Well, it’s a good thing I didn’t get very far into this write-up before yesterday afternoon’s surprise announcement that Jim Rutherford would be resigning from his position as general manager. Citing “personal reasons,” Rutherford’s resignation came in the wake of another loss in Boston, Tuesday’s 3-2 overtime loss against the Bruins, and the loss to injury of another Penguins blueliner, and a more important one than the ones we’ve been seeing, in that of Brian Dumoulin. Whatever the truth is, Rutherford is leaving behind a legacy that includes two straight Stanley Cups, in 2016 and 2017, and a future that looks quite bleak.
While Rutherford was largely, but not entirely, responsible for those Cup-winning teams, he is even more so responsible for the team we’ve seen slide into mediocrity since then. His mismanagement of assets and payroll have been brutal. There’s a laundry list of players that have come and gone from Pittsburgh over the last three-plus seasons, whether for good or for bad, and a treasure trove of draft picks to boot, and the Penguins have been no closer than the second round as a result. It’s hard to imagine the executives on the team being satisfied with this performance when the attitude is “win now,” but apparently co-owners Mario Lemieux and Ron Burkle were at least content with Rutherford, if not so much so that they wanted to give him another contract extension before the offseason.
Whatever the reason for Rutherford’s departure, the feeling I get from this is that Rutherford could not see much of a silver lining around this gray cloud of a roster, and he decided to walk away on his own with unfinished business rather than see another season end in disappointment and have his reputation further tarnished.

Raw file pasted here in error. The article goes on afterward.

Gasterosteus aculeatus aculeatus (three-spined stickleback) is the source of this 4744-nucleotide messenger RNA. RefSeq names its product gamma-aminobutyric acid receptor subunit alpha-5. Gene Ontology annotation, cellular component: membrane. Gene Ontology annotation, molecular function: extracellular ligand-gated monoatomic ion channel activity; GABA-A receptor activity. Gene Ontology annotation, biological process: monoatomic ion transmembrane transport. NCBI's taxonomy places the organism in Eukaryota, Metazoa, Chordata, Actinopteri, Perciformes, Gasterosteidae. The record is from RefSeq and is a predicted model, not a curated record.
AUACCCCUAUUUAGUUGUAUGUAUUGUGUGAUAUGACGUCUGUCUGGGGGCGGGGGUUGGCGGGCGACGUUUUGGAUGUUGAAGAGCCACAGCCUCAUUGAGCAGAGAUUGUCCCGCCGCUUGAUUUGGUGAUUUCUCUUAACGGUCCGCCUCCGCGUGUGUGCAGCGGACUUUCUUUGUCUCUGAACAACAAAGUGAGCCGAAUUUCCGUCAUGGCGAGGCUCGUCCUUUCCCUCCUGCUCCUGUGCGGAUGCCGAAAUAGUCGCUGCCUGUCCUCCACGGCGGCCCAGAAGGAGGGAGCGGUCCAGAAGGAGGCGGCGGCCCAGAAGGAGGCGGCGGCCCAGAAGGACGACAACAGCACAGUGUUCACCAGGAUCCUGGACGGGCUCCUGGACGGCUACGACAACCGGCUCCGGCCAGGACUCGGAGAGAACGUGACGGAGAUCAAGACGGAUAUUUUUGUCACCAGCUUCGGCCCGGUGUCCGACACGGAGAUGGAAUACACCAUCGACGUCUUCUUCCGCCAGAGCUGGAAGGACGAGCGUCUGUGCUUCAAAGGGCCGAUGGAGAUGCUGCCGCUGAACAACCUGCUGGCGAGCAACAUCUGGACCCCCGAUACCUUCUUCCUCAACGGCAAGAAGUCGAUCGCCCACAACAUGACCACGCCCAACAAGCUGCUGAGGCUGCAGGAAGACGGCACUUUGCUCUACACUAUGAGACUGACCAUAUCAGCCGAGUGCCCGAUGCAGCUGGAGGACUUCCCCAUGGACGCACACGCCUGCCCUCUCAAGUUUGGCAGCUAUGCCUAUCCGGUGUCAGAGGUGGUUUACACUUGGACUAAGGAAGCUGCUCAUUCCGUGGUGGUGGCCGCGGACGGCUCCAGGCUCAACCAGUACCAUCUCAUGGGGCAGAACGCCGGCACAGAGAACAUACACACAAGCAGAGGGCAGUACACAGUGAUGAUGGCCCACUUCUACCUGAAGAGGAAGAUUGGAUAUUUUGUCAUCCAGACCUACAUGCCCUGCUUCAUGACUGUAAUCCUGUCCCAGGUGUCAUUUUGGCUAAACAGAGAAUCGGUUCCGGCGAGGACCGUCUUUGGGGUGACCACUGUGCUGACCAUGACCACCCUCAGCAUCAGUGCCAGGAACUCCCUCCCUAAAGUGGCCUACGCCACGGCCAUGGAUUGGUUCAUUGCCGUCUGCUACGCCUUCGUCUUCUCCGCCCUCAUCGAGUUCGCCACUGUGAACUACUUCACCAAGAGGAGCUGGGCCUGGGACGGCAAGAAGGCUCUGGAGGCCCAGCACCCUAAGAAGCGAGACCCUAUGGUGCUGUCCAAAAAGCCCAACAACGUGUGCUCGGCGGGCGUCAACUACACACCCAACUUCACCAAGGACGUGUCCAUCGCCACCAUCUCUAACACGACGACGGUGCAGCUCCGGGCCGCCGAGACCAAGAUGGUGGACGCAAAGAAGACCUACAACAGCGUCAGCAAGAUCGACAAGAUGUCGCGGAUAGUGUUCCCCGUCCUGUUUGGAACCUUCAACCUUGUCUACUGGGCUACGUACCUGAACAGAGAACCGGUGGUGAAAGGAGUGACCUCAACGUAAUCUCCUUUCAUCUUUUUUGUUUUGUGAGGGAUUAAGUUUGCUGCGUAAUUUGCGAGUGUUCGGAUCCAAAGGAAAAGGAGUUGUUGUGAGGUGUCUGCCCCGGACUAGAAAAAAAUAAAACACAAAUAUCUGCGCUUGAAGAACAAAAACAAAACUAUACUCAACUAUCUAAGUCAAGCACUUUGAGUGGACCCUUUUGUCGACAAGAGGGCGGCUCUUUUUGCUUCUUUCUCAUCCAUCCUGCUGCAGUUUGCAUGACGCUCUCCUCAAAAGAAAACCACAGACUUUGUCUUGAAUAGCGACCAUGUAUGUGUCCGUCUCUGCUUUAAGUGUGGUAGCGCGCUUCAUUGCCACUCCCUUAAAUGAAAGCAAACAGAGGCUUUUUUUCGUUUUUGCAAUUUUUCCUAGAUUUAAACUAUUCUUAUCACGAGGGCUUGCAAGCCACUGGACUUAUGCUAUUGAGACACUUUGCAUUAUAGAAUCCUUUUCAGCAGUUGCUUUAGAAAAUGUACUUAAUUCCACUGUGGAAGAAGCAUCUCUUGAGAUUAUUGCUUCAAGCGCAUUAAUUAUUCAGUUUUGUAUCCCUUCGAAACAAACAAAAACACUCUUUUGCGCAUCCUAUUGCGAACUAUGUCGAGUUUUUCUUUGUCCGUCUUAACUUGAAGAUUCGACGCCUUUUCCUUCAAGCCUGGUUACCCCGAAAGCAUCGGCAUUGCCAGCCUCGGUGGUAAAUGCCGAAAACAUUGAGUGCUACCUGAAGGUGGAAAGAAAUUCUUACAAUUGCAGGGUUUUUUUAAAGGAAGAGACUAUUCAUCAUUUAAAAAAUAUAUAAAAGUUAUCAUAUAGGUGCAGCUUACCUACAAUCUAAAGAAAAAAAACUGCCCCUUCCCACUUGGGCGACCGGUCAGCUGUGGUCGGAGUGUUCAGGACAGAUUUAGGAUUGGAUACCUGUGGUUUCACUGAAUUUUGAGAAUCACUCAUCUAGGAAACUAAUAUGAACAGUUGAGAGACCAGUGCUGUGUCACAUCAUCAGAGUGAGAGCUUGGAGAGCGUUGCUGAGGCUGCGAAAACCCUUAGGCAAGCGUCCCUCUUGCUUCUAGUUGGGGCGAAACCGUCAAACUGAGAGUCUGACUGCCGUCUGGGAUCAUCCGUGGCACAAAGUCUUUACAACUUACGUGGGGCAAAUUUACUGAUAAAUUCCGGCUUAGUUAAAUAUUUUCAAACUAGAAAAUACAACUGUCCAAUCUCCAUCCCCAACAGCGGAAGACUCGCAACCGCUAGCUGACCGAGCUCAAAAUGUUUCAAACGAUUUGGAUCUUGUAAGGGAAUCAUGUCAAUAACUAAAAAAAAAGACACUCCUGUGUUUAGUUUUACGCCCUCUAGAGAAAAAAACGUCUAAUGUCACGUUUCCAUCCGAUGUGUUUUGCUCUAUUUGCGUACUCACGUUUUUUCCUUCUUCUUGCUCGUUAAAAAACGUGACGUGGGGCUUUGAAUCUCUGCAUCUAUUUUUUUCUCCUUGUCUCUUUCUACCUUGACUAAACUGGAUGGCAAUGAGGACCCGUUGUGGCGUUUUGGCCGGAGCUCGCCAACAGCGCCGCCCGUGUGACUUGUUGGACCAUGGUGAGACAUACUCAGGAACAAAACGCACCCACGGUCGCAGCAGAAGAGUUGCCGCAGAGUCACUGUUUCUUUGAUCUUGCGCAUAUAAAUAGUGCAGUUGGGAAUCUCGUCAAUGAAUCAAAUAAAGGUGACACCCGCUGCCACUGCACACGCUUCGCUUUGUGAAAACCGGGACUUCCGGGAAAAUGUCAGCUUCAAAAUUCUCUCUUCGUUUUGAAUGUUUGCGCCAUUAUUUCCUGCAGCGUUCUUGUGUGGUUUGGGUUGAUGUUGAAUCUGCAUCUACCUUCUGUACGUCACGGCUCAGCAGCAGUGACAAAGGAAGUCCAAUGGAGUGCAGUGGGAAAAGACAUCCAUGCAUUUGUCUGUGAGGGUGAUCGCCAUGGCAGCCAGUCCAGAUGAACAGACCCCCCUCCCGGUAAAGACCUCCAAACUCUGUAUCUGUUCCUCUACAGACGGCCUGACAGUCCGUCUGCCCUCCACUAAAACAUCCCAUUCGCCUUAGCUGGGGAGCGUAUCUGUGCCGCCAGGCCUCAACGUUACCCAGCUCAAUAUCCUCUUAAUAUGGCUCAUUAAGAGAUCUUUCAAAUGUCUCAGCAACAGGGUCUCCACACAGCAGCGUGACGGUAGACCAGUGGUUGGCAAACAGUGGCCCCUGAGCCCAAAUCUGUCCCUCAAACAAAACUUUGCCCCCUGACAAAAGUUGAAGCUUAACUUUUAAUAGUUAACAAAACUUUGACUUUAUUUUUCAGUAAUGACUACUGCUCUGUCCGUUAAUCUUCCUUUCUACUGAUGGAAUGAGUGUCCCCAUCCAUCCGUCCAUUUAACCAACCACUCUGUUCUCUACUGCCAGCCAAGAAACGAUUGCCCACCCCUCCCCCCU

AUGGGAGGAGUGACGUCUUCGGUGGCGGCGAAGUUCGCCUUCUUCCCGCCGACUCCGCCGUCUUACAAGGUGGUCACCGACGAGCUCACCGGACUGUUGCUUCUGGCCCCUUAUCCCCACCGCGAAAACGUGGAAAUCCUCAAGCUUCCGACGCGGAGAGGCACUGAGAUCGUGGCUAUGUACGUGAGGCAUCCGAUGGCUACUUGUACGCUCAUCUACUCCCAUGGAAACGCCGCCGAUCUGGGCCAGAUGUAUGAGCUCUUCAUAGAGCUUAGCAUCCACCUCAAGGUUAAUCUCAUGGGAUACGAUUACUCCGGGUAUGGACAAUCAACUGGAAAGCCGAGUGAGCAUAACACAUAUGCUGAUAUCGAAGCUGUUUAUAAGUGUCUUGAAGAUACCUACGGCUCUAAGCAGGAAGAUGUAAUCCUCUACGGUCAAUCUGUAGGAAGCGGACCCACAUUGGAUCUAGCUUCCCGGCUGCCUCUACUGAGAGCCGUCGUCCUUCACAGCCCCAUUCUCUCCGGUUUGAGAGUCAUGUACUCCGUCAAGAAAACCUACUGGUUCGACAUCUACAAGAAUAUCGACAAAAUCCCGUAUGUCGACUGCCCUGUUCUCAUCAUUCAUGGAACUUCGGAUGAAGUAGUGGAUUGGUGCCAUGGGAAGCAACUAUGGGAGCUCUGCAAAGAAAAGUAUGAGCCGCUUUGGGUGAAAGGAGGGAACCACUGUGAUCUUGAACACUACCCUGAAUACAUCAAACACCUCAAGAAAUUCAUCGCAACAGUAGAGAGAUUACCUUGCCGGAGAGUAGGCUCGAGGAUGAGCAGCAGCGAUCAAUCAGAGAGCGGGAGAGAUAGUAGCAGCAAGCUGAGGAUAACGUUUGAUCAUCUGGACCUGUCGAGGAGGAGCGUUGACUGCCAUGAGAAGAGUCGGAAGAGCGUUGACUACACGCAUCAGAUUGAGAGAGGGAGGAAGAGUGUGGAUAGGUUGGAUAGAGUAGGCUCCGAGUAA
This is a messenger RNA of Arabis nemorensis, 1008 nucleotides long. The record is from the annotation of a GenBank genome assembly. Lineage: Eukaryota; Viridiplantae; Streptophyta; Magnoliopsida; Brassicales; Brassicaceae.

It’s a similar sort of arrogance that drove Rutherford to acquire guys like Ryan Reaves and Jack Johnson despite their negative productivity: “I’ve just brought this team to two Cups in a row using speed and skill and depth, and now we will retool into a team that won’t be pushed around!” Well, the Penguins have been pushed around, regardless of (and likely due to) who they’ve acquired, rather than maintaining a high level of skill, talent, motivation, and depth that could keep up with the likes of Boston and Tampa Bay, let alone the mediocre Islanders or Montreal.
To put it simply: Rutherford inherited a solid foundation, pushed the right buttons for a couple of seasons, and now leaves behind a mess of a roster without much in the farm system or assets like decent cap space or draft picks. It really feels like he’s abandoning ship, and for a team that is sorely lacking in motivation and morale that cannot be a positive influence.
Yesterday, Penguins CEO David Morehouse reiterated the teams direction:
“We’re not in rebuilding mode. We’re in a win-now mode and we’re going to continue to be in that mode until we’re in a rebuilding mode. We’re looking for someone who can come in and have us continue to work toward winning another Cup.
“The criteria (for a new GM) is the same criteria we’ve had here for the last almost 15 years, is to win the Stanley Cup. We’re looking for someone that’s going to be able to come in, take a very talented team with a very good coaching staff, and take it as far as they can take it.”